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Glass toughens up with lessons from mother nature

MATERIALS SCIENCE

Mollusc shells consist largely of chalk, the same soft stuff that comes apart so easily on blackboards. Yet this material provides aquatic life with protection tougher than advanced engineering ceramics. The difference can be seen at the microscopic level, where the shell is revealed as an interlocking series of small tablets, intricately connected to provide remarkable resilience.

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Superconductors hang 10 riding the charge waves

FUNDAMENTALS

The extraordinary properties of superconductivity have regularly frustrated researchers, who have successfully identified it in many different materials, but always at temperatures too low for a widespread technological impact. The search for superconducting materials — which lack any resistance to electrical flow — has regularly frustrated researchers; while many such materials have been discovered, they only work at temperatures too low for widespread application.

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Water testing for E. coli gets smart treatment

ENVIRONMENTAL CHEMISTRY

A handheld system developed through an India-Canada research network promises to provide on-the-spot testing of drinking water sources in more remote locations, immediately confirming the absence or presence of harmful E. coli bacteria and transmitting the results electronically to all interested parties. This approach represents a significant improvement over standard...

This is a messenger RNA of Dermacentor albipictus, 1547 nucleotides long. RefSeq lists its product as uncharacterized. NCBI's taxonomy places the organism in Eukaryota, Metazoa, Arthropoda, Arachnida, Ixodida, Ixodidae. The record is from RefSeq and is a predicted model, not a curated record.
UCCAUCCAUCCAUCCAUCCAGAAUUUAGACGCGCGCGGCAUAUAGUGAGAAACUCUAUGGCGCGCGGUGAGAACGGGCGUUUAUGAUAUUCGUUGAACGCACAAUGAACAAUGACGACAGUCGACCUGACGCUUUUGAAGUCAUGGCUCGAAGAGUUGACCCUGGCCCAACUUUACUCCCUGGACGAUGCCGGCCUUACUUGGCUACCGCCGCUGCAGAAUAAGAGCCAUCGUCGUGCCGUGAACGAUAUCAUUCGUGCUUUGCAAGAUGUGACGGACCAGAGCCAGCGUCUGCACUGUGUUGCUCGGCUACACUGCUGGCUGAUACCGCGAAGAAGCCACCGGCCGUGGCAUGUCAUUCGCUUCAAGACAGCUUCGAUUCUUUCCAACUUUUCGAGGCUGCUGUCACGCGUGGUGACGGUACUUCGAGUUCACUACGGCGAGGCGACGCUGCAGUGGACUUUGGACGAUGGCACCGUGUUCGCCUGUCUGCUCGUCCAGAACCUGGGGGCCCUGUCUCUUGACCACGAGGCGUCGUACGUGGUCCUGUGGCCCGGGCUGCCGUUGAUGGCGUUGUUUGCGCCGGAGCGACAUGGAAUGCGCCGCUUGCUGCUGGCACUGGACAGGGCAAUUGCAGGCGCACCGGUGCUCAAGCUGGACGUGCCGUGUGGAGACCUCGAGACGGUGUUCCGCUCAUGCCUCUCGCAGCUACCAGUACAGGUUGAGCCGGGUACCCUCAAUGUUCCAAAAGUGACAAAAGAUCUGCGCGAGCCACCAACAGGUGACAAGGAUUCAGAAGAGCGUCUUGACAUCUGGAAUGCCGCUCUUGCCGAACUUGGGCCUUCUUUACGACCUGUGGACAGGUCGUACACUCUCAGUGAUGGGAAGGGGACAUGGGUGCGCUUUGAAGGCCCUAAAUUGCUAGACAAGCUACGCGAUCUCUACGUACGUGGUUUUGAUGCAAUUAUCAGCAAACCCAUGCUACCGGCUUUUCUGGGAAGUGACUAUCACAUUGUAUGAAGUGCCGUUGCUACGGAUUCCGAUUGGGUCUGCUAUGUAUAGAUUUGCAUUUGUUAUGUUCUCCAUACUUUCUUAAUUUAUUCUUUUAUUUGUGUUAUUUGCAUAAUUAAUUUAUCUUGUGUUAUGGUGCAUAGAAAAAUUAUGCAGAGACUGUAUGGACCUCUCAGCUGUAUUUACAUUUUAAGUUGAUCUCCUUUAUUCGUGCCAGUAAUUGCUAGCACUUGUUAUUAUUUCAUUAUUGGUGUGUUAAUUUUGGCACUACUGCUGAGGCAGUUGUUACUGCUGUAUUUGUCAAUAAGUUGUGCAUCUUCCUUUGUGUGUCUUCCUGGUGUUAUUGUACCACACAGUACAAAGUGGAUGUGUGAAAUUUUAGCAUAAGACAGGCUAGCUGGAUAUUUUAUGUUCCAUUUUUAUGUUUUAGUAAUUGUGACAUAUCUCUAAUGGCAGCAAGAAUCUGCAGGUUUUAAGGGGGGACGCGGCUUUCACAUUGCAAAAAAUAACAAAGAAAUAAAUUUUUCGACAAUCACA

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Nanoparticles deliver the goods against cancer, then go

HEALTH

The best way of applying medicines powerful enough to kill cancerous tumours is to ensure that they wind up in those tumours and nowhere else in the body. In a recent Nature Nanotechnology paper, researchers at the University of Toronto point the way to just this kind of targeted delivery, which takes advantage of the properties of gold nanoparticles.

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Shedding light on the secrets of plant photosynthesis

ANALYTICAL CHEMISTRY

While untold numbers of plants have carried out photosynthesis for hundreds of millions of years, the nature of this subtle process continues to elude us. Scientists are, however, focusing increasingly sophisticated tools on this problem, raising hopes that this fundamental biological activity will eventually reveal its secrets.

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Small publication means big exposure for collaborators

NANOTECHNOLOGY

Three researchers at Polytechnique Montréal have published a paper that was featured as the cover story for the Wiley publication Small, which has an impact factor that puts it among the world’s leading publications covering topics in nano-scale and micro-scale chemistry, physics, materials science, engineering, medicine and biology.